One of the necessary pieces of equipment for sport climbing outside is a personal anchor system, or PAS. Popular examples of these PAS climbing safety systems include the Metolius PAS, the Petzl Connect Adjust, and the Sterling Rope Chain Reactor.
In this article, we’ll review the need for a personal anchor system while climbing, alternative options to these products, and review each of these popular climbing PAS options.
How do I use a climbing personal anchor system (PAS)?
Rock Climbers use personal anchor systems to directly attach themselves to “anchors” atop climbing routes. Anchors can be made of bolts pre-placed in the rock, or climbers can place their own “trad gear” to construct a removable anchor.
Generally, a climbing PAS is used to clean single-pitch sport climbing routes, as shown in the video below:
Although this is the most common use, a personal anchor system is a versatile tool which can be applied in many different ways throughout your climbing career.
Do I need a PAS?
No, you don’t NEED a dedicated rock climbing PAS.
More advanced climbers will often use the climbing rope, quickdraws, or a basic dyneema sling or nylon sling to attach themselves to the anchor. These methods are safe, and have the advantage of not requiring specialsed tools. But for beginners and sport climbers, we recommend using a dedicated personal anchor system, because it is easier to adjust and harder to break.
Is a “Daisy Chain” the same thing as a PAS?
NO! Although you will often hear sport climbers calling personal anchor systems “daisy chains”, this isn’t correct.
A true “daisy chain” (like this one) is a tool for aid climbing. The big difference is aid climbing daisy chains are considerably weaker. Each link an an aid climbing daisy chain will only hold 2 KN or so, while each link in a sport climbing PAS is usually rated to 22 KN.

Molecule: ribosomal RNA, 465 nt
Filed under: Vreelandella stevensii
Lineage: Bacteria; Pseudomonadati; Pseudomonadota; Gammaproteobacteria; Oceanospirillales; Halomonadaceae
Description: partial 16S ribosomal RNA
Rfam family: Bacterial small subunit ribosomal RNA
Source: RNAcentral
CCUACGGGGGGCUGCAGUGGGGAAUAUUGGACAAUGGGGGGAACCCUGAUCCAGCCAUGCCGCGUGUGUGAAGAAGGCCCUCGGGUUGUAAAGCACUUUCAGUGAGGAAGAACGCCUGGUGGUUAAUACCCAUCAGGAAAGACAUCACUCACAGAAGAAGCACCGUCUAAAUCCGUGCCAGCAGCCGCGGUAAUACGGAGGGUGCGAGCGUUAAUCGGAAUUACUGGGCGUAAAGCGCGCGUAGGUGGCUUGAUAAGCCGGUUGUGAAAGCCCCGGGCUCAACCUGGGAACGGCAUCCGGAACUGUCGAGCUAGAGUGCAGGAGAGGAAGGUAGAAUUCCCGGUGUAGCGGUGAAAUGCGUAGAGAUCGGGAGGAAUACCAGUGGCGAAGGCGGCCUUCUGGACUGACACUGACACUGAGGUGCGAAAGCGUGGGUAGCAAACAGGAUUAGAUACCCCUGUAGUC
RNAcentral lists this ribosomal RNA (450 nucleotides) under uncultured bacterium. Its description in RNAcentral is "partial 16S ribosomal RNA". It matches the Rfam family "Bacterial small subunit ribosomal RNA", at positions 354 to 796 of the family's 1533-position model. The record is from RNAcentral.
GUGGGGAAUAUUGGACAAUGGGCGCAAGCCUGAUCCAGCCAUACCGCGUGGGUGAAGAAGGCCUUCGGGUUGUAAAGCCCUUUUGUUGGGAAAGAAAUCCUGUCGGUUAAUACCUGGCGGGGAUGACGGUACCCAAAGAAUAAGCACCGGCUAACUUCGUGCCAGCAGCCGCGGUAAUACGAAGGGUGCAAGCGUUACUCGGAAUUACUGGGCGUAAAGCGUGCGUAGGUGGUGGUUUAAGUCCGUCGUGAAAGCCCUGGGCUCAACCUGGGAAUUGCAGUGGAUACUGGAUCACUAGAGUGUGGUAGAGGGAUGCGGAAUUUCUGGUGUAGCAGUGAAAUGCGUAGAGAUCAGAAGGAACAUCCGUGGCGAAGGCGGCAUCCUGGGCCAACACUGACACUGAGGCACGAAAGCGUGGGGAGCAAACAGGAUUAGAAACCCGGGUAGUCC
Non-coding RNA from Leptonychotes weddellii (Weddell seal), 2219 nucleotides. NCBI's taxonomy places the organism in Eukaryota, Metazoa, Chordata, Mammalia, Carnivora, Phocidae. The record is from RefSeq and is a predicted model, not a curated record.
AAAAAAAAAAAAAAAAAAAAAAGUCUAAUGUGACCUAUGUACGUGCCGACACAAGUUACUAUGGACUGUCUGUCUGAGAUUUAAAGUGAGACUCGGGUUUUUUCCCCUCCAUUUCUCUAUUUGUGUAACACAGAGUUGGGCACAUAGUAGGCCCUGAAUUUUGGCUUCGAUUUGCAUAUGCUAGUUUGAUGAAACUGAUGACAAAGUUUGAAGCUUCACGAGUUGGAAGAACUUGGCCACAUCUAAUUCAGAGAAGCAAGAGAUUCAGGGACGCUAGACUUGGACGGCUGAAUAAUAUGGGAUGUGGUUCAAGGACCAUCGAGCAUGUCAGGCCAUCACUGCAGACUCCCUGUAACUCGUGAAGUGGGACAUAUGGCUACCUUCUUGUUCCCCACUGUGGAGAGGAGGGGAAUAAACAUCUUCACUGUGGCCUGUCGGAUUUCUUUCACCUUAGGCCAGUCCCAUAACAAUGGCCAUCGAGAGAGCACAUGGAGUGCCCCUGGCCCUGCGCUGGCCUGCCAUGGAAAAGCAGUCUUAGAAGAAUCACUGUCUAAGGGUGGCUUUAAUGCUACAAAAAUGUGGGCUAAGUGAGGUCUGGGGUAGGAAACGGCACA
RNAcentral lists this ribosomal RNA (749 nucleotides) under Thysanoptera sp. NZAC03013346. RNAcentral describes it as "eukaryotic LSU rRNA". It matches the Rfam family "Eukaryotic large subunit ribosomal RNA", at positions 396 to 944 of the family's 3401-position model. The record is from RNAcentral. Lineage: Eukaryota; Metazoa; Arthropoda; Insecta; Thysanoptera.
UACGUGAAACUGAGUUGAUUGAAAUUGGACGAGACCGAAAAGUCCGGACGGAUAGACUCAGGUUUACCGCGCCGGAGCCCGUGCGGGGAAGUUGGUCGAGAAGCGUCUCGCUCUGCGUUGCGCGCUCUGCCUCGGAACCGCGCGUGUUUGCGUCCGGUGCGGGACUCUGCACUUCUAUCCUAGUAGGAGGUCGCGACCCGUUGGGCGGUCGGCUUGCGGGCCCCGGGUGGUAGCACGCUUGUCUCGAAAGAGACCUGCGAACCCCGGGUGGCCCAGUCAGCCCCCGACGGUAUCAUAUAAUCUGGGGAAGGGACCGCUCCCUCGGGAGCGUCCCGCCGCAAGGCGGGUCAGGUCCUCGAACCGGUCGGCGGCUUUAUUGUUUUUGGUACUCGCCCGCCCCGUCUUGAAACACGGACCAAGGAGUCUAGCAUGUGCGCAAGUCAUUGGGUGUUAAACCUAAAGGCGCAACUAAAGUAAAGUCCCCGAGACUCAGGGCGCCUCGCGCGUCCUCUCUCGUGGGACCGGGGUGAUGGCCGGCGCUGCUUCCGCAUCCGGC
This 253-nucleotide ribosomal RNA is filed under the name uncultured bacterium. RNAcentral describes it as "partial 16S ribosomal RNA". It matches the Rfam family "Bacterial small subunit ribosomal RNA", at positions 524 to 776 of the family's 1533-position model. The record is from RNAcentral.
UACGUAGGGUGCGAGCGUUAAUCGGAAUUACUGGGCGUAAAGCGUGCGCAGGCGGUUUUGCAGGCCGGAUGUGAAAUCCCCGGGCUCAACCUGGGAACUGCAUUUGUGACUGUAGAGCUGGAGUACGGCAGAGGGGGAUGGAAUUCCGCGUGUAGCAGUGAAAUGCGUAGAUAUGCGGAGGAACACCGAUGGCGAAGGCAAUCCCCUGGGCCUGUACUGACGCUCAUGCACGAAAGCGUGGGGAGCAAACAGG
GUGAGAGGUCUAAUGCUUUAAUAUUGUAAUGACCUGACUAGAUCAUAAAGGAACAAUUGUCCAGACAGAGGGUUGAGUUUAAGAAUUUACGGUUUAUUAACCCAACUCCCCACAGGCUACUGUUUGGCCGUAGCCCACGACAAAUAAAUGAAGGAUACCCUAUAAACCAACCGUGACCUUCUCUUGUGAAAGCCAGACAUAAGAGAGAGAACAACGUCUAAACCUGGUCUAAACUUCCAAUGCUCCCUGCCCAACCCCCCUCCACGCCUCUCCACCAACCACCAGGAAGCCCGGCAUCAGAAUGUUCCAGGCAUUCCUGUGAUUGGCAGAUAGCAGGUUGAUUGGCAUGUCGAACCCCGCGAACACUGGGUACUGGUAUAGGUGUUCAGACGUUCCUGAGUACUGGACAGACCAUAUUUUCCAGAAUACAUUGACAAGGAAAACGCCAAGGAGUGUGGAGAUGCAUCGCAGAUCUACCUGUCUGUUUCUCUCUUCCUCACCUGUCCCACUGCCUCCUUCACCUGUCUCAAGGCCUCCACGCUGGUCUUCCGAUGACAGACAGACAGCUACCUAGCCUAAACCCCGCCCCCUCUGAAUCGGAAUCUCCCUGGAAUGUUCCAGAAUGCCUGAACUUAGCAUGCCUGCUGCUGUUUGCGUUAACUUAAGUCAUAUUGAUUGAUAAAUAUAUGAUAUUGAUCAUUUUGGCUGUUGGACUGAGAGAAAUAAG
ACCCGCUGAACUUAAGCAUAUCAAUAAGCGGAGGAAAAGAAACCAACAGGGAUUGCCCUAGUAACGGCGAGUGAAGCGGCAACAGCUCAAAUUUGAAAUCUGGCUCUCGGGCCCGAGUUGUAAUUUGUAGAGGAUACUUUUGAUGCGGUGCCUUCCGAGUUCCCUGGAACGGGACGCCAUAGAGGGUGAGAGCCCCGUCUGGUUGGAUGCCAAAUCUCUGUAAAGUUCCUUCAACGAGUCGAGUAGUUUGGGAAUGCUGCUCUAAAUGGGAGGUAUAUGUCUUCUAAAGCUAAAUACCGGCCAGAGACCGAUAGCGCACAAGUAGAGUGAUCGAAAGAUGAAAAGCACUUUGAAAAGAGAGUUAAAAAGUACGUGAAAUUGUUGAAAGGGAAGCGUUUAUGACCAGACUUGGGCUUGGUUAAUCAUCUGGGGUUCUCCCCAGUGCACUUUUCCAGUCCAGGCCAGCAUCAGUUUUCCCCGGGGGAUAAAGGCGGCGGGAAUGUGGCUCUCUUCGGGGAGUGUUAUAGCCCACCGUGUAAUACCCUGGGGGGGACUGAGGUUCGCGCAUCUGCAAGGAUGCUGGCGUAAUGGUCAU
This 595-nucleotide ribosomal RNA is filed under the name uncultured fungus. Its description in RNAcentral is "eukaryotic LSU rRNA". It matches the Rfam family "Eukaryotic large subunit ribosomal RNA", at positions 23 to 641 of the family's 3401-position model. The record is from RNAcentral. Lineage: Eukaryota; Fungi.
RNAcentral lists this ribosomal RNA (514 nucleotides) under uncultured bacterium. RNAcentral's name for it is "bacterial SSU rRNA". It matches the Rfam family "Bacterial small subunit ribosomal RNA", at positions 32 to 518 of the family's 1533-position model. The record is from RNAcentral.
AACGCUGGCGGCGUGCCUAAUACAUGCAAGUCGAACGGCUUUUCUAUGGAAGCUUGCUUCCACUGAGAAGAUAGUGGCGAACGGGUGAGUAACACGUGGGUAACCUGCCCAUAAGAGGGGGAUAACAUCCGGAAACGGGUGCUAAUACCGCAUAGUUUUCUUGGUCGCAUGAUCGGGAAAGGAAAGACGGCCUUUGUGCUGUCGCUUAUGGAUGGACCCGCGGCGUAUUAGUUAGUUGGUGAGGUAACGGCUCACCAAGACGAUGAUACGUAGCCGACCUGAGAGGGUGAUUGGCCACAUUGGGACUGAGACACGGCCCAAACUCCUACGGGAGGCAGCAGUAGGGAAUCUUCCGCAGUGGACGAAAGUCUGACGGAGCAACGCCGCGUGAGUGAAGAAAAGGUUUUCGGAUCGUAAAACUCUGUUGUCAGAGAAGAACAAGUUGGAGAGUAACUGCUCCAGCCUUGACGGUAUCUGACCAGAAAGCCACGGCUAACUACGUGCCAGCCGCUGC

Call your PAS whatever you like, but it’s important to understand the difference between the two devices. The use of a daisy chain as a personal anchor system is NOT recommended for beginner climbers. The extra strength of a dedicated personal anchor system is much more forgiving.
Personal Anchor System (PAS) Reviews
Below, we compare four of the most popular climbing personal anchor systems: The Metolius PAS-22, the Petzl Connect Adjust, the Sterling Rope Chain Reactor, and the Black Diamond Link.
Price: $33.95 on Amazon
Pros: Common; Fully-rated loops; easy to adjust; available in a lighter alpine version
Cons: Can’t fall on it; a bit short; bulky
This is probably the most commonly-used personal anchor system in the USA. Take a look around your local climbing gym on a busy evening, and chances are you’ll see at least a couple of these hanging on harnesses, letting everyone know: this girl climbs outside!
For cleaning sport routes (the most common use), this is a perfect tool. The main thing to be aware of with the Metolius PAS-22 is that you can’t fall on it. This is true of many Personal anchor systems, but it bears repeating. This device is designed to hold your static body weight, only. Never climb above your anchor while using a PAS — the forces generated, even in a small fall, could potentially break the personal anchor system.
Alternative: the Metolius Alpine PAS is a very similar product, but at bit lighter and cheaper. It’s $26.95 on Amazon.